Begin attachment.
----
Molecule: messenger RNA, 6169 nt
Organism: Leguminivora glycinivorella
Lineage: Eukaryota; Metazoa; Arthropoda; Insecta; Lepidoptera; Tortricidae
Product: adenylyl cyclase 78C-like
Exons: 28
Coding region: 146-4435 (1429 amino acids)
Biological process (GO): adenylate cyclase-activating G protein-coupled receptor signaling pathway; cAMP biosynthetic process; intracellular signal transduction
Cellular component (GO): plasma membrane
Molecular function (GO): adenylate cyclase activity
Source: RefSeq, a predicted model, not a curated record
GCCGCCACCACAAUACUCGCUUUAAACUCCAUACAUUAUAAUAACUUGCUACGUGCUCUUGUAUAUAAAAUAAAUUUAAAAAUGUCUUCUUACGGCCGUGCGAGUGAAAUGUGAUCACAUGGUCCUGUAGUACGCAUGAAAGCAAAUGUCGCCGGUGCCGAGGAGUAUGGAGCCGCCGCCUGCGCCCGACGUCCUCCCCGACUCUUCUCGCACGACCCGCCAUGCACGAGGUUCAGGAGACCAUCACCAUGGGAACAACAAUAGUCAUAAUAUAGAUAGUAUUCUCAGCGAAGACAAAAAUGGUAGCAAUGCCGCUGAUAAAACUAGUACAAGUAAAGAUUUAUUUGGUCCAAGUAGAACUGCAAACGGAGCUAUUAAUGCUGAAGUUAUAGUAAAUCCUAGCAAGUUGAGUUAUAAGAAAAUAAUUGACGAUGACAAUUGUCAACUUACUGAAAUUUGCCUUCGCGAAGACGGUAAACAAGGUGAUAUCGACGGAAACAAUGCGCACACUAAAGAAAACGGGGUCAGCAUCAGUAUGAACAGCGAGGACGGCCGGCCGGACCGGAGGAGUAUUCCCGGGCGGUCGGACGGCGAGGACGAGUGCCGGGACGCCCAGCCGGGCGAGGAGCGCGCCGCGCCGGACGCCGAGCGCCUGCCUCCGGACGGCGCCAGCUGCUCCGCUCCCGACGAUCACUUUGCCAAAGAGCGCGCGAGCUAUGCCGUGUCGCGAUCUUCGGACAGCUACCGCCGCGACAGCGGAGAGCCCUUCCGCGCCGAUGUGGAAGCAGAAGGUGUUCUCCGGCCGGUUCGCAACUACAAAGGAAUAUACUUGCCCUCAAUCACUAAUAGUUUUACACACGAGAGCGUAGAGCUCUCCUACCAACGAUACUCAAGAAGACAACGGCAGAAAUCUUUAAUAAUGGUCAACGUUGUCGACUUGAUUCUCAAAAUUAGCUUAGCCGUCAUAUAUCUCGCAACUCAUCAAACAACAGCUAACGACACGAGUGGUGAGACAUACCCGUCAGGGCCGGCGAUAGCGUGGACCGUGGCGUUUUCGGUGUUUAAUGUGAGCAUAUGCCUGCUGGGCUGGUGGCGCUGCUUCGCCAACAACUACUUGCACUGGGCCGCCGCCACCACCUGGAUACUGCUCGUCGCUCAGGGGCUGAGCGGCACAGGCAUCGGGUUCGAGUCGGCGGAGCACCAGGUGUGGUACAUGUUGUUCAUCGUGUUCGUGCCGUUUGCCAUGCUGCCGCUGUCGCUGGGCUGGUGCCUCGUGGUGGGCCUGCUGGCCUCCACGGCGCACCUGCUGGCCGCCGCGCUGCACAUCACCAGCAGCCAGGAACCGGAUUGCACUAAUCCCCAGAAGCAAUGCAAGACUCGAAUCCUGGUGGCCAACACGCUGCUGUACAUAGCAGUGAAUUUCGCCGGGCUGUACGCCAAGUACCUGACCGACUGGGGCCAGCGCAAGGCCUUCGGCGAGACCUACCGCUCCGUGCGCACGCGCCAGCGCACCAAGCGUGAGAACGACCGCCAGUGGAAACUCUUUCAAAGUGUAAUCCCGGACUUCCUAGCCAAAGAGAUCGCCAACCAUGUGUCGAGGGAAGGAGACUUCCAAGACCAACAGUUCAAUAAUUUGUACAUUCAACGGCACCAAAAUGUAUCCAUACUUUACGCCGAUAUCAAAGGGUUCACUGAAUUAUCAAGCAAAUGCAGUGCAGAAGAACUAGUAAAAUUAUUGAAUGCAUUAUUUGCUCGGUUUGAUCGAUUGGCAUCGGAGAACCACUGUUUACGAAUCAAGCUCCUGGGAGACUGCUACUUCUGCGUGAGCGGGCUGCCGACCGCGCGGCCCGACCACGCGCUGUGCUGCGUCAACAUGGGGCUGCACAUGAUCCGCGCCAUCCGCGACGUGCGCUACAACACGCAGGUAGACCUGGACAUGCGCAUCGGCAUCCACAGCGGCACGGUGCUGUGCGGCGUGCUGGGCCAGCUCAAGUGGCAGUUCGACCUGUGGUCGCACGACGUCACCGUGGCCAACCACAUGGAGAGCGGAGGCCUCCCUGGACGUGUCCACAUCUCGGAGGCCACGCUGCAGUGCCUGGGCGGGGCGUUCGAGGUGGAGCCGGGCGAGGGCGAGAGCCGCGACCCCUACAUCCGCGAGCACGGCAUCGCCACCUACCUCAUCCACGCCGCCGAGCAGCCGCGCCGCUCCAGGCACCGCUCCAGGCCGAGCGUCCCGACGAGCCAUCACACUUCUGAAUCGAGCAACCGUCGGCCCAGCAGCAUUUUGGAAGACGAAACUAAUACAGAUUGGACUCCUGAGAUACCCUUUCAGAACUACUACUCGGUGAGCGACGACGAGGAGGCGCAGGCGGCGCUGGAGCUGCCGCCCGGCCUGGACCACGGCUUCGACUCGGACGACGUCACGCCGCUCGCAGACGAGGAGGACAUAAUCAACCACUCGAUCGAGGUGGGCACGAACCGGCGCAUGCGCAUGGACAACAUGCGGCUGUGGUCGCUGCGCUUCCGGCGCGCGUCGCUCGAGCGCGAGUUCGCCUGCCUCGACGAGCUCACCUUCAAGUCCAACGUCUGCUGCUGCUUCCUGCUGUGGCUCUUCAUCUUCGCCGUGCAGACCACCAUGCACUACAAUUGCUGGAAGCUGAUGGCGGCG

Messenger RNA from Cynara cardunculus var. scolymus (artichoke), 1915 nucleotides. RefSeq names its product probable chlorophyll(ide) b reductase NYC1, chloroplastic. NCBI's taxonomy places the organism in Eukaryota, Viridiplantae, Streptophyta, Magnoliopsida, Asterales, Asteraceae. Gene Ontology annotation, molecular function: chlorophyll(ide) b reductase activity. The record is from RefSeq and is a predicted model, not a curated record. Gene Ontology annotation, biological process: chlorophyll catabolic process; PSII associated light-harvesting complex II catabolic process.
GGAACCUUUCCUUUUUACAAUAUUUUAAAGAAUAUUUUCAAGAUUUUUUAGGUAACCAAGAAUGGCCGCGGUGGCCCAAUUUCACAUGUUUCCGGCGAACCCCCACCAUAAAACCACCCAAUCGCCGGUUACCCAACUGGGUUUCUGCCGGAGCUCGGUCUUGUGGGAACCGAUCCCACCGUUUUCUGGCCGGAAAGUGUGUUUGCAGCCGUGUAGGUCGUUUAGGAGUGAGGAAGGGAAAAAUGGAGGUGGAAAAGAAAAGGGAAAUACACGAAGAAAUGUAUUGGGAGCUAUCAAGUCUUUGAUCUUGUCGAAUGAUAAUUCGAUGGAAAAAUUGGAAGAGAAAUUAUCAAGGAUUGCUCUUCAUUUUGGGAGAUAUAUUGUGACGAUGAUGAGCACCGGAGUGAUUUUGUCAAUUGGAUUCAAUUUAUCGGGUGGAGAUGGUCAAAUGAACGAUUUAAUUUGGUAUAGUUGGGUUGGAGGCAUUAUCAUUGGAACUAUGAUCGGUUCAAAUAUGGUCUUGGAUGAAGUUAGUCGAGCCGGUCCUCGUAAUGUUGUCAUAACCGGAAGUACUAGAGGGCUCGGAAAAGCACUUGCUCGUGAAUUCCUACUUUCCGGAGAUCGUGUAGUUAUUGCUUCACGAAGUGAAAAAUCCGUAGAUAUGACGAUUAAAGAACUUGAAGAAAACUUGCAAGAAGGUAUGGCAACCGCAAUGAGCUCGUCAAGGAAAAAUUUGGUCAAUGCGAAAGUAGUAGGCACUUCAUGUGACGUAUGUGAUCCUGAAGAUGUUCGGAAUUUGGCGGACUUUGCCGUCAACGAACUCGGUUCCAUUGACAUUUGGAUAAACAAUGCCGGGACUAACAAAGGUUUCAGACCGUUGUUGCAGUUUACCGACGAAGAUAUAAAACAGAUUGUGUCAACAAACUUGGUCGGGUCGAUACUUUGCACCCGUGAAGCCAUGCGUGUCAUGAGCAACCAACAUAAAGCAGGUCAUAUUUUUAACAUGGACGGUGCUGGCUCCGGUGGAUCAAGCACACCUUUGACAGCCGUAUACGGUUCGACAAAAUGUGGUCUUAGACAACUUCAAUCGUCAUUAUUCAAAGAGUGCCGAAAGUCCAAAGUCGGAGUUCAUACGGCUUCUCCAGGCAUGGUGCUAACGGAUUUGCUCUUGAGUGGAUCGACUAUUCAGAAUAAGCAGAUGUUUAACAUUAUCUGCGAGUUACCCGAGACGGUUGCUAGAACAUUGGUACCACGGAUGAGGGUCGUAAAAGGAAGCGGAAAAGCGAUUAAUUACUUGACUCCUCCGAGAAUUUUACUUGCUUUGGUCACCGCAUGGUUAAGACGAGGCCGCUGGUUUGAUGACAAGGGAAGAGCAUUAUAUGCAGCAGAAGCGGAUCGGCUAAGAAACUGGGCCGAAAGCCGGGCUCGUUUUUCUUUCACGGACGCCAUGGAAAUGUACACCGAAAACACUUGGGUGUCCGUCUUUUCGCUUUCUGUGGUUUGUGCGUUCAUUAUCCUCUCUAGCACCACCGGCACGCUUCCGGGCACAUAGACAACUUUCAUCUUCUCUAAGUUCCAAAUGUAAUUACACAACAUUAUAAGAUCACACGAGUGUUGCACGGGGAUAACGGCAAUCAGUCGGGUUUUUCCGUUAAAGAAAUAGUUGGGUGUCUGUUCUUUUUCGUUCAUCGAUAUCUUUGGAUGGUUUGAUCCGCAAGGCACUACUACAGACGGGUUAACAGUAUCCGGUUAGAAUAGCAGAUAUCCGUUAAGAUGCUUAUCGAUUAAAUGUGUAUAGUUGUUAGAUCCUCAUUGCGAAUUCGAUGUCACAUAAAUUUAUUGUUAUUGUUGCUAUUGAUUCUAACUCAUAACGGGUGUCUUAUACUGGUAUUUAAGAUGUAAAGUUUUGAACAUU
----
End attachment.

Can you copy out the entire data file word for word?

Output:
Molecule: messenger RNA, 6169 nt
Organism: Leguminivora glycinivorella
Lineage: Eukaryota; Metazoa; Arthropoda; Insecta; Lepidoptera; Tortricidae
Product: adenylyl cyclase 78C-like
Exons: 28
Coding region: 146-4435 (1429 amino acids)
Biological process (GO): adenylate cyclase-activating G protein-coupled receptor signaling pathway; cAMP biosynthetic process; intracellular signal transduction
Cellular component (GO): plasma membrane
Molecular function (GO): adenylate cyclase activity
Source: RefSeq, a predicted model, not a curated record
GCCGCCACCACAAUACUCGCUUUAAACUCCAUACAUUAUAAUAACUUGCUACGUGCUCUUGUAUAUAAAAUAAAUUUAAAAAUGUCUUCUUACGGCCGUGCGAGUGAAAUGUGAUCACAUGGUCCUGUAGUACGCAUGAAAGCAAAUGUCGCCGGUGCCGAGGAGUAUGGAGCCGCCGCCUGCGCCCGACGUCCUCCCCGACUCUUCUCGCACGACCCGCCAUGCACGAGGUUCAGGAGACCAUCACCAUGGGAACAACAAUAGUCAUAAUAUAGAUAGUAUUCUCAGCGAAGACAAAAAUGGUAGCAAUGCCGCUGAUAAAACUAGUACAAGUAAAGAUUUAUUUGGUCCAAGUAGAACUGCAAACGGAGCUAUUAAUGCUGAAGUUAUAGUAAAUCCUAGCAAGUUGAGUUAUAAGAAAAUAAUUGACGAUGACAAUUGUCAACUUACUGAAAUUUGCCUUCGCGAAGACGGUAAACAAGGUGAUAUCGACGGAAACAAUGCGCACACUAAAGAAAACGGGGUCAGCAUCAGUAUGAACAGCGAGGACGGCCGGCCGGACCGGAGGAGUAUUCCCGGGCGGUCGGACGGCGAGGACGAGUGCCGGGACGCCCAGCCGGGCGAGGAGCGCGCCGCGCCGGACGCCGAGCGCCUGCCUCCGGACGGCGCCAGCUGCUCCGCUCCCGACGAUCACUUUGCCAAAGAGCGCGCGAGCUAUGCCGUGUCGCGAUCUUCGGACAGCUACCGCCGCGACAGCGGAGAGCCCUUCCGCGCCGAUGUGGAAGCAGAAGGUGUUCUCCGGCCGGUUCGCAACUACAAAGGAAUAUACUUGCCCUCAAUCACUAAUAGUUUUACACACGAGAGCGUAGAGCUCUCCUACCAACGAUACUCAAGAAGACAACGGCAGAAAUCUUUAAUAAUGGUCAACGUUGUCGACUUGAUUCUCAAAAUUAGCUUAGCCGUCAUAUAUCUCGCAACUCAUCAAACAACAGCUAACGACACGAGUGGUGAGACAUACCCGUCAGGGCCGGCGAUAGCGUGGACCGUGGCGUUUUCGGUGUUUAAUGUGAGCAUAUGCCUGCUGGGCUGGUGGCGCUGCUUCGCCAACAACUACUUGCACUGGGCCGCCGCCACCACCUGGAUACUGCUCGUCGCUCAGGGGCUGAGCGGCACAGGCAUCGGGUUCGAGUCGGCGGAGCACCAGGUGUGGUACAUGUUGUUCAUCGUGUUCGUGCCGUUUGCCAUGCUGCCGCUGUCGCUGGGCUGGUGCCUCGUGGUGGGCCUGCUGGCCUCCACGGCGCACCUGCUGGCCGCCGCGCUGCACAUCACCAGCAGCCAGGAACCGGAUUGCACUAAUCCCCAGAAGCAAUGCAAGACUCGAAUCCUGGUGGCCAACACGCUGCUGUACAUAGCAGUGAAUUUCGCCGGGCUGUACGCCAAGUACCUGACCGACUGGGGCCAGCGCAAGGCCUUCGGCGAGACCUACCGCUCCGUGCGCACGCGCCAGCGCACCAAGCGUGAGAACGACCGCCAGUGGAAACUCUUUCAAAGUGUAAUCCCGGACUUCCUAGCCAAAGAGAUCGCCAACCAUGUGUCGAGGGAAGGAGACUUCCAAGACCAACAGUUCAAUAAUUUGUACAUUCAACGGCACCAAAAUGUAUCCAUACUUUACGCCGAUAUCAAAGGGUUCACUGAAUUAUCAAGCAAAUGCAGUGCAGAAGAACUAGUAAAAUUAUUGAAUGCAUUAUUUGCUCGGUUUGAUCGAUUGGCAUCGGAGAACCACUGUUUACGAAUCAAGCUCCUGGGAGACUGCUACUUCUGCGUGAGCGGGCUGCCGACCGCGCGGCCCGACCACGCGCUGUGCUGCGUCAACAUGGGGCUGCACAUGAUCCGCGCCAUCCGCGACGUGCGCUACAACACGCAGGUAGACCUGGACAUGCGCAUCGGCAUCCACAGCGGCACGGUGCUGUGCGGCGUGCUGGGCCAGCUCAAGUGGCAGUUCGACCUGUGGUCGCACGACGUCACCGUGGCCAACCACAUGGAGAGCGGAGGCCUCCCUGGACGUGUCCACAUCUCGGAGGCCACGCUGCAGUGCCUGGGCGGGGCGUUCGAGGUGGAGCCGGGCGAGGGCGAGAGCCGCGACCCCUACAUCCGCGAGCACGGCAUCGCCACCUACCUCAUCCACGCCGCCGAGCAGCCGCGCCGCUCCAGGCACCGCUCCAGGCCGAGCGUCCCGACGAGCCAUCACACUUCUGAAUCGAGCAACCGUCGGCCCAGCAGCAUUUUGGAAGACGAAACUAAUACAGAUUGGACUCCUGAGAUACCCUUUCAGAACUACUACUCGGUGAGCGACGACGAGGAGGCGCAGGCGGCGCUGGAGCUGCCGCCCGGCCUGGACCACGGCUUCGACUCGGACGACGUCACGCCGCUCGCAGACGAGGAGGACAUAAUCAACCACUCGAUCGAGGUGGGCACGAACCGGCGCAUGCGCAUGGACAACAUGCGGCUGUGGUCGCUGCGCUUCCGGCGCGCGUCGCUCGAGCGCGAGUUCGCCUGCCUCGACGAGCUCACCUUCAAGUCCAACGUCUGCUGCUGCUUCCUGCUGUGGCUCUUCAUCUUCGCCGUGCAGACCACCAUGCACUACAAUUGCUGGAAGCUGAUGGCGGCG

Messenger RNA from Cynara cardunculus var. scolymus (artichoke), 1915 nucleotides. RefSeq names its product probable chlorophyll(ide) b reductase NYC1, chloroplastic. NCBI's taxonomy places the organism in Eukaryota, Viridiplantae, Streptophyta, Magnoliopsida, Asterales, Asteraceae. Gene Ontology annotation, molecular function: chlorophyll(ide) b reductase activity. The record is from RefSeq and is a predicted model, not a curated record. Gene Ontology annotation, biological process: chlorophyll catabolic process; PSII associated light-harvesting complex II catabolic process.
GGAACCUUUCCUUUUUACAAUAUUUUAAAGAAUAUUUUCAAGAUUUUUUAGGUAACCAAGAAUGGCCGCGGUGGCCCAAUUUCACAUGUUUCCGGCGAACCCCCACCAUAAAACCACCCAAUCGCCGGUUACCCAACUGGGUUUCUGCCGGAGCUCGGUCUUGUGGGAACCGAUCCCACCGUUUUCUGGCCGGAAAGUGUGUUUGCAGCCGUGUAGGUCGUUUAGGAGUGAGGAAGGGAAAAAUGGAGGUGGAAAAGAAAAGGGAAAUACACGAAGAAAUGUAUUGGGAGCUAUCAAGUCUUUGAUCUUGUCGAAUGAUAAUUCGAUGGAAAAAUUGGAAGAGAAAUUAUCAAGGAUUGCUCUUCAUUUUGGGAGAUAUAUUGUGACGAUGAUGAGCACCGGAGUGAUUUUGUCAAUUGGAUUCAAUUUAUCGGGUGGAGAUGGUCAAAUGAACGAUUUAAUUUGGUAUAGUUGGGUUGGAGGCAUUAUCAUUGGAACUAUGAUCGGUUCAAAUAUGGUCUUGGAUGAAGUUAGUCGAGCCGGUCCUCGUAAUGUUGUCAUAACCGGAAGUACUAGAGGGCUCGGAAAAGCACUUGCUCGUGAAUUCCUACUUUCCGGAGAUCGUGUAGUUAUUGCUUCACGAAGUGAAAAAUCCGUAGAUAUGACGAUUAAAGAACUUGAAGAAAACUUGCAAGAAGGUAUGGCAACCGCAAUGAGCUCGUCAAGGAAAAAUUUGGUCAAUGCGAAAGUAGUAGGCACUUCAUGUGACGUAUGUGAUCCUGAAGAUGUUCGGAAUUUGGCGGACUUUGCCGUCAACGAACUCGGUUCCAUUGACAUUUGGAUAAACAAUGCCGGGACUAACAAAGGUUUCAGACCGUUGUUGCAGUUUACCGACGAAGAUAUAAAACAGAUUGUGUCAACAAACUUGGUCGGGUCGAUACUUUGCACCCGUGAAGCCAUGCGUGUCAUGAGCAACCAACAUAAAGCAGGUCAUAUUUUUAACAUGGACGGUGCUGGCUCCGGUGGAUCAAGCACACCUUUGACAGCCGUAUACGGUUCGACAAAAUGUGGUCUUAGACAACUUCAAUCGUCAUUAUUCAAAGAGUGCCGAAAGUCCAAAGUCGGAGUUCAUACGGCUUCUCCAGGCAUGGUGCUAACGGAUUUGCUCUUGAGUGGAUCGACUAUUCAGAAUAAGCAGAUGUUUAACAUUAUCUGCGAGUUACCCGAGACGGUUGCUAGAACAUUGGUACCACGGAUGAGGGUCGUAAAAGGAAGCGGAAAAGCGAUUAAUUACUUGACUCCUCCGAGAAUUUUACUUGCUUUGGUCACCGCAUGGUUAAGACGAGGCCGCUGGUUUGAUGACAAGGGAAGAGCAUUAUAUGCAGCAGAAGCGGAUCGGCUAAGAAACUGGGCCGAAAGCCGGGCUCGUUUUUCUUUCACGGACGCCAUGGAAAUGUACACCGAAAACACUUGGGUGUCCGUCUUUUCGCUUUCUGUGGUUUGUGCGUUCAUUAUCCUCUCUAGCACCACCGGCACGCUUCCGGGCACAUAGACAACUUUCAUCUUCUCUAAGUUCCAAAUGUAAUUACACAACAUUAUAAGAUCACACGAGUGUUGCACGGGGAUAACGGCAAUCAGUCGGGUUUUUCCGUUAAAGAAAUAGUUGGGUGUCUGUUCUUUUUCGUUCAUCGAUAUCUUUGGAUGGUUUGAUCCGCAAGGCACUACUACAGACGGGUUAACAGUAUCCGGUUAGAAUAGCAGAUAUCCGUUAAGAUGCUUAUCGAUUAAAUGUGUAUAGUUGUUAGAUCCUCAUUGCGAAUUCGAUGUCACAUAAAUUUAUUGUUAUUGUUGCUAUUGAUUCUAACUCAUAACGGGUGUCUUAUACUGGUAUUUAAGAUGUAAAGUUUUGAACAUU